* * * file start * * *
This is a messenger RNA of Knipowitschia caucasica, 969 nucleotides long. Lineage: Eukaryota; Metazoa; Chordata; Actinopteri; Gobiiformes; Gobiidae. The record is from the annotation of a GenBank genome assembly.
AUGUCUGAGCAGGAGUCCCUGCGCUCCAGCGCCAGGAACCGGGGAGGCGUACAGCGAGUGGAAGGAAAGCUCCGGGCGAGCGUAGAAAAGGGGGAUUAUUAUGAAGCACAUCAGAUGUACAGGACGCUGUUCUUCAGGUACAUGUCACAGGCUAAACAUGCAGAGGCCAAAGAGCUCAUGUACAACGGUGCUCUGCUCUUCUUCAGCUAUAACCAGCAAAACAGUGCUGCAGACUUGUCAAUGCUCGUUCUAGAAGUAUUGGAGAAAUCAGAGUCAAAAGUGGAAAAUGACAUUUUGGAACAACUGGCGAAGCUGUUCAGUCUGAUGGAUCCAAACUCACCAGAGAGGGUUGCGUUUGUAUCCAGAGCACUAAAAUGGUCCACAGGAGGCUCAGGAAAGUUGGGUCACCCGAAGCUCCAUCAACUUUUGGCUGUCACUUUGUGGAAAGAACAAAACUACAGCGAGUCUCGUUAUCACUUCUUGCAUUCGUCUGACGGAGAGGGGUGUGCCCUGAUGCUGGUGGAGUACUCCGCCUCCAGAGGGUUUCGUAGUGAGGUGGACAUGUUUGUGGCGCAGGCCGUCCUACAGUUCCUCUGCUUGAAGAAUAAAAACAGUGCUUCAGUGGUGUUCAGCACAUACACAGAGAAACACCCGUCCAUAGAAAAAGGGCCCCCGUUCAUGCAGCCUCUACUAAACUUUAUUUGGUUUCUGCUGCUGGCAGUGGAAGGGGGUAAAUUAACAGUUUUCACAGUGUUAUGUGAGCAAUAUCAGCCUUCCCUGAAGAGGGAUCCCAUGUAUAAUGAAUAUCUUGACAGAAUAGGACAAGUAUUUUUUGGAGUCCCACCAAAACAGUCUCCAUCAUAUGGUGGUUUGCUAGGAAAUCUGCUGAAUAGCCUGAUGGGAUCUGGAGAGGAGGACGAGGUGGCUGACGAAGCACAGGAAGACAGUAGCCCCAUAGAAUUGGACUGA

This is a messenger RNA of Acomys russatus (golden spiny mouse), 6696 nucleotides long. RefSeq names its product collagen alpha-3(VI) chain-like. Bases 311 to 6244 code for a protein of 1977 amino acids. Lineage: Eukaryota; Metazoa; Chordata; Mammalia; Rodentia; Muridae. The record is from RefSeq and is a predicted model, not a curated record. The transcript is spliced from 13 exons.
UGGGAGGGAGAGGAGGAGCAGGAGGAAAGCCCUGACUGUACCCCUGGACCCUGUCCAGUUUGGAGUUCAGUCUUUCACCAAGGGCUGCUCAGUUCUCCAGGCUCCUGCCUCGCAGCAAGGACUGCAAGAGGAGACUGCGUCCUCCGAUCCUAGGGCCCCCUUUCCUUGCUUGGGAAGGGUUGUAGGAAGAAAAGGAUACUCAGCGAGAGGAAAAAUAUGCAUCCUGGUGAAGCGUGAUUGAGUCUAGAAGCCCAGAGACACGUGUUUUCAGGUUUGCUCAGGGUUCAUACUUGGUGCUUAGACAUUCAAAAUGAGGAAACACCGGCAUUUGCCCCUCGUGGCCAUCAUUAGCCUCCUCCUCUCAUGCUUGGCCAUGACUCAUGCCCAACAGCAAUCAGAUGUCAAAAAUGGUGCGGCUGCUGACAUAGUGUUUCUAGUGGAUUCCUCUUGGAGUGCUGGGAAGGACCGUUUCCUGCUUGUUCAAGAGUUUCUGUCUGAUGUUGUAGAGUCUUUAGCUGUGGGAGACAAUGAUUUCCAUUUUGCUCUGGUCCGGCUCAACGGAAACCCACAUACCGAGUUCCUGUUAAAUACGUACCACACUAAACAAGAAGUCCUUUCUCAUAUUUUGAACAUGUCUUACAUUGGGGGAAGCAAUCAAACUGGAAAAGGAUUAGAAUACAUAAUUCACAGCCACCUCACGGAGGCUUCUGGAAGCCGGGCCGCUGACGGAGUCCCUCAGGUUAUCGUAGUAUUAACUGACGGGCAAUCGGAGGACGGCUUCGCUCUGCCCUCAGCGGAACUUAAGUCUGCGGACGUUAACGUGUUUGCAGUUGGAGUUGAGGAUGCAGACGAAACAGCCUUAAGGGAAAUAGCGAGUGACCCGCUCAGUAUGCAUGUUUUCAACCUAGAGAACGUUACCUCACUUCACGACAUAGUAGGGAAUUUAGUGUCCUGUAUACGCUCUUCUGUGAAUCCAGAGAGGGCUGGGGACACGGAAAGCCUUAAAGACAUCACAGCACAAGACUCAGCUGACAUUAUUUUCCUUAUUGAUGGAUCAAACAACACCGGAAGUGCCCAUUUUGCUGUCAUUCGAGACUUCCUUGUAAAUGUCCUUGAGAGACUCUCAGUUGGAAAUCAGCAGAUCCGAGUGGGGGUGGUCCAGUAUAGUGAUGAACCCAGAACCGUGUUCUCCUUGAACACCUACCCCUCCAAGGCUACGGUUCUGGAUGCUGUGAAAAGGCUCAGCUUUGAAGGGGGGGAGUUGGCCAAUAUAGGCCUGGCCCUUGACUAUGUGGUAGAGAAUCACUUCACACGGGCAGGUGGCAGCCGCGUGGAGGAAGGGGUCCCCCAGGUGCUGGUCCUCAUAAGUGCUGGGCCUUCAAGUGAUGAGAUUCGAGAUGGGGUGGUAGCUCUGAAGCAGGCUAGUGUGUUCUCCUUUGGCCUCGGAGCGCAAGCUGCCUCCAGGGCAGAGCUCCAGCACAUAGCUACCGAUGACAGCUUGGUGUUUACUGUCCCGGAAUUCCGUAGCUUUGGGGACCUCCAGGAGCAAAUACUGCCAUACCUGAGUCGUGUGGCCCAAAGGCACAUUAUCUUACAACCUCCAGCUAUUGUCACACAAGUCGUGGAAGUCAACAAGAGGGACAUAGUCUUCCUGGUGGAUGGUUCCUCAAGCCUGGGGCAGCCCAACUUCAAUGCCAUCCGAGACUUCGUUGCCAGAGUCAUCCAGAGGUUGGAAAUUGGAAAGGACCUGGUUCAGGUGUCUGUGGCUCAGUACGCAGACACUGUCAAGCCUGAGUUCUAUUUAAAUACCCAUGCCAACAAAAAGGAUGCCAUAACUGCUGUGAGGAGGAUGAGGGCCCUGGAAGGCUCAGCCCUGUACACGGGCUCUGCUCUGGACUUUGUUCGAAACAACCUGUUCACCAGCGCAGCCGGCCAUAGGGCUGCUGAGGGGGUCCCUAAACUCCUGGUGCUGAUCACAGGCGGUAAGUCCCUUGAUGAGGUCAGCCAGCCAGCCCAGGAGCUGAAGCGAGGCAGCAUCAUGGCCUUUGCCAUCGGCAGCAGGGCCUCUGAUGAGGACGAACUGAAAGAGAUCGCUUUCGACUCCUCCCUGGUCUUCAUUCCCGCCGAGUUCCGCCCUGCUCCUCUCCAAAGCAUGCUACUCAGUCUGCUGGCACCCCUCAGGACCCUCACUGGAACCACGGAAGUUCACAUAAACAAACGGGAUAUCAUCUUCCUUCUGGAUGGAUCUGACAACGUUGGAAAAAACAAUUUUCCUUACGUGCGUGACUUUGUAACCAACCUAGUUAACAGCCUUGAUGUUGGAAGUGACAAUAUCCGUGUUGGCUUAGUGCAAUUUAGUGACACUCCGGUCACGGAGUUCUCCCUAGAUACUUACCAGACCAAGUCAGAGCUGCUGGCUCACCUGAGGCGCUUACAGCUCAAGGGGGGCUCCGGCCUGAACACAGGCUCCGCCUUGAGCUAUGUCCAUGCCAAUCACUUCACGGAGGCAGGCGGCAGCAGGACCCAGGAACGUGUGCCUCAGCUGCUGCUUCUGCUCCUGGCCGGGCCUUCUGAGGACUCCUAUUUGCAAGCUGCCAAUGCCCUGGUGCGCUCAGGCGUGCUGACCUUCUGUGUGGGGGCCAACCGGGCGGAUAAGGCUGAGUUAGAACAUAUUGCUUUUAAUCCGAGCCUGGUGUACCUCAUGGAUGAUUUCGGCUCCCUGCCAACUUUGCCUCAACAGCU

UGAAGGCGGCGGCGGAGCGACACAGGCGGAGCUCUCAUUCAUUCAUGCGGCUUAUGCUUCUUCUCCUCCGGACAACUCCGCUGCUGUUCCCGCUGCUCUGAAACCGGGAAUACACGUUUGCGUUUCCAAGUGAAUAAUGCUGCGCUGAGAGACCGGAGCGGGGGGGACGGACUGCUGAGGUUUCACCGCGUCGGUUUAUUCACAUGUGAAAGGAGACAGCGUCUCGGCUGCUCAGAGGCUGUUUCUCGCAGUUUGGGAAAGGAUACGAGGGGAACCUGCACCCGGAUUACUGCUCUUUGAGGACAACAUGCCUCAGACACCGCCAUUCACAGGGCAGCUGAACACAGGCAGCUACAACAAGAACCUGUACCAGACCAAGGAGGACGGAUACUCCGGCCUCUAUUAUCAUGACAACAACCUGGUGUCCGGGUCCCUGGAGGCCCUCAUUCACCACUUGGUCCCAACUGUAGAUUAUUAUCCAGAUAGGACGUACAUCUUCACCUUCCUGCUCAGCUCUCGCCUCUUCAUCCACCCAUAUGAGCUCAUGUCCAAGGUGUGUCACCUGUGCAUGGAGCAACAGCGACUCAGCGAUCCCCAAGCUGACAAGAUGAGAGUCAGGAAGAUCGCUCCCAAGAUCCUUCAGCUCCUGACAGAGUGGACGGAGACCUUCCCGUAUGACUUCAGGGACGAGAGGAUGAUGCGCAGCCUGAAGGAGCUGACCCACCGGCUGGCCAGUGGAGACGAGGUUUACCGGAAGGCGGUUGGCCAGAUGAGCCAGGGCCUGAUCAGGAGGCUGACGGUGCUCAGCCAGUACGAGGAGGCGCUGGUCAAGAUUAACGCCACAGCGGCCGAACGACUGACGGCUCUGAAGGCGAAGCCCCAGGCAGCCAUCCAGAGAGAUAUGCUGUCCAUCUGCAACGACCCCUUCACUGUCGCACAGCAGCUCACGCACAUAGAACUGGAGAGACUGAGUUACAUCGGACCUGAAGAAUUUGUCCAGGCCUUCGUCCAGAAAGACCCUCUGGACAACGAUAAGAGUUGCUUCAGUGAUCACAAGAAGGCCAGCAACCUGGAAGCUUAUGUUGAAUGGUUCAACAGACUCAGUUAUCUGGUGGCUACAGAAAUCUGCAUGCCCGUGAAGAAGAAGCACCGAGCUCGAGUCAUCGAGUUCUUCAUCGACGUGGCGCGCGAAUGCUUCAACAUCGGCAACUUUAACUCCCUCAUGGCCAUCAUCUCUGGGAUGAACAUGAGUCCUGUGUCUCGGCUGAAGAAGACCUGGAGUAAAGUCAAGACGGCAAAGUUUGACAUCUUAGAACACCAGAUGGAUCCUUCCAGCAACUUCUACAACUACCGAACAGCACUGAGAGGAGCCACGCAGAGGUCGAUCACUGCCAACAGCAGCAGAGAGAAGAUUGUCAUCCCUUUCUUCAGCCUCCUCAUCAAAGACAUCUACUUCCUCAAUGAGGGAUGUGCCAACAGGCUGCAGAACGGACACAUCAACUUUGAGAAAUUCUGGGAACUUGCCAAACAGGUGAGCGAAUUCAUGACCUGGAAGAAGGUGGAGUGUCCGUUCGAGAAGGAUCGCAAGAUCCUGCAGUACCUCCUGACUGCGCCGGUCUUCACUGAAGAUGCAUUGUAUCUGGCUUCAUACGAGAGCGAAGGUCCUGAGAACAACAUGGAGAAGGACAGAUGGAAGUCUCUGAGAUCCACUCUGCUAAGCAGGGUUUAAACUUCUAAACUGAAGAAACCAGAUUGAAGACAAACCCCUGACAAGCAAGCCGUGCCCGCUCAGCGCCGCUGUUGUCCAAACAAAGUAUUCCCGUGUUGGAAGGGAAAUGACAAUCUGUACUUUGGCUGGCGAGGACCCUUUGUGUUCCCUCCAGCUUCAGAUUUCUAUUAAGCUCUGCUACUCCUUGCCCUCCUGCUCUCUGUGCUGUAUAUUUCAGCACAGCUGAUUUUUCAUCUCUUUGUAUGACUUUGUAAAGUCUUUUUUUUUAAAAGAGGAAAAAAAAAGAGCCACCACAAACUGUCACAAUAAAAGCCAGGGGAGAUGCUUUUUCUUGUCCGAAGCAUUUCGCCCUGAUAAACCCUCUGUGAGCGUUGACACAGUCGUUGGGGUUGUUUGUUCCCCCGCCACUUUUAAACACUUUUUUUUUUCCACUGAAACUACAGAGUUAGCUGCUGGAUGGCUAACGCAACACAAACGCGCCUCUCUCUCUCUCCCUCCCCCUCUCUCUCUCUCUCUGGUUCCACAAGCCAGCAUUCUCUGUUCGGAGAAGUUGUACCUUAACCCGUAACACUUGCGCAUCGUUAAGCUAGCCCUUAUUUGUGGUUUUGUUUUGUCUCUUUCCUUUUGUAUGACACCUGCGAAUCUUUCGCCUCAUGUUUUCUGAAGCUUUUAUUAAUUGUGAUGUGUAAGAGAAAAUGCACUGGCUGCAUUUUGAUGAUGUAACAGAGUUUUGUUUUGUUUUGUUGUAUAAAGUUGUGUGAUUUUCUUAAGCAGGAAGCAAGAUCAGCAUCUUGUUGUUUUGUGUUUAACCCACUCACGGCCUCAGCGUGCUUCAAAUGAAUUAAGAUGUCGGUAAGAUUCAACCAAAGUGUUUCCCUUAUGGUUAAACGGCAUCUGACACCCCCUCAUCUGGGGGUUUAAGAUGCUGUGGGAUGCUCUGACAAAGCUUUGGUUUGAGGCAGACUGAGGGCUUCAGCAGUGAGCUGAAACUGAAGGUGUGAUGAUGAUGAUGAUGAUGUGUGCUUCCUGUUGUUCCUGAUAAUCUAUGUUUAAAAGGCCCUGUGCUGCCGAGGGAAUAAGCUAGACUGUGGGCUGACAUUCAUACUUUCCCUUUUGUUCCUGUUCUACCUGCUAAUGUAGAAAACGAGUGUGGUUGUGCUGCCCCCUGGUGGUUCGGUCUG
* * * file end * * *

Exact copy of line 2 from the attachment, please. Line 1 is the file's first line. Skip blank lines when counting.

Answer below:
AUGUCUGAGCAGGAGUCCCUGCGCUCCAGCGCCAGGAACCGGGGAGGCGUACAGCGAGUGGAAGGAAAGCUCCGGGCGAGCGUAGAAAAGGGGGAUUAUUAUGAAGCACAUCAGAUGUACAGGACGCUGUUCUUCAGGUACAUGUCACAGGCUAAACAUGCAGAGGCCAAAGAGCUCAUGUACAACGGUGCUCUGCUCUUCUUCAGCUAUAACCAGCAAAACAGUGCUGCAGACUUGUCAAUGCUCGUUCUAGAAGUAUUGGAGAAAUCAGAGUCAAAAGUGGAAAAUGACAUUUUGGAACAACUGGCGAAGCUGUUCAGUCUGAUGGAUCCAAACUCACCAGAGAGGGUUGCGUUUGUAUCCAGAGCACUAAAAUGGUCCACAGGAGGCUCAGGAAAGUUGGGUCACCCGAAGCUCCAUCAACUUUUGGCUGUCACUUUGUGGAAAGAACAAAACUACAGCGAGUCUCGUUAUCACUUCUUGCAUUCGUCUGACGGAGAGGGGUGUGCCCUGAUGCUGGUGGAGUACUCCGCCUCCAGAGGGUUUCGUAGUGAGGUGGACAUGUUUGUGGCGCAGGCCGUCCUACAGUUCCUCUGCUUGAAGAAUAAAAACAGUGCUUCAGUGGUGUUCAGCACAUACACAGAGAAACACCCGUCCAUAGAAAAAGGGCCCCCGUUCAUGCAGCCUCUACUAAACUUUAUUUGGUUUCUGCUGCUGGCAGUGGAAGGGGGUAAAUUAACAGUUUUCACAGUGUUAUGUGAGCAAUAUCAGCCUUCCCUGAAGAGGGAUCCCAUGUAUAAUGAAUAUCUUGACAGAAUAGGACAAGUAUUUUUUGGAGUCCCACCAAAACAGUCUCCAUCAUAUGGUGGUUUGCUAGGAAAUCUGCUGAAUAGCCUGAUGGGAUCUGGAGAGGAGGACGAGGUGGCUGACGAAGCACAGGAAGACAGUAGCCCCAUAGAAUUGGACUGA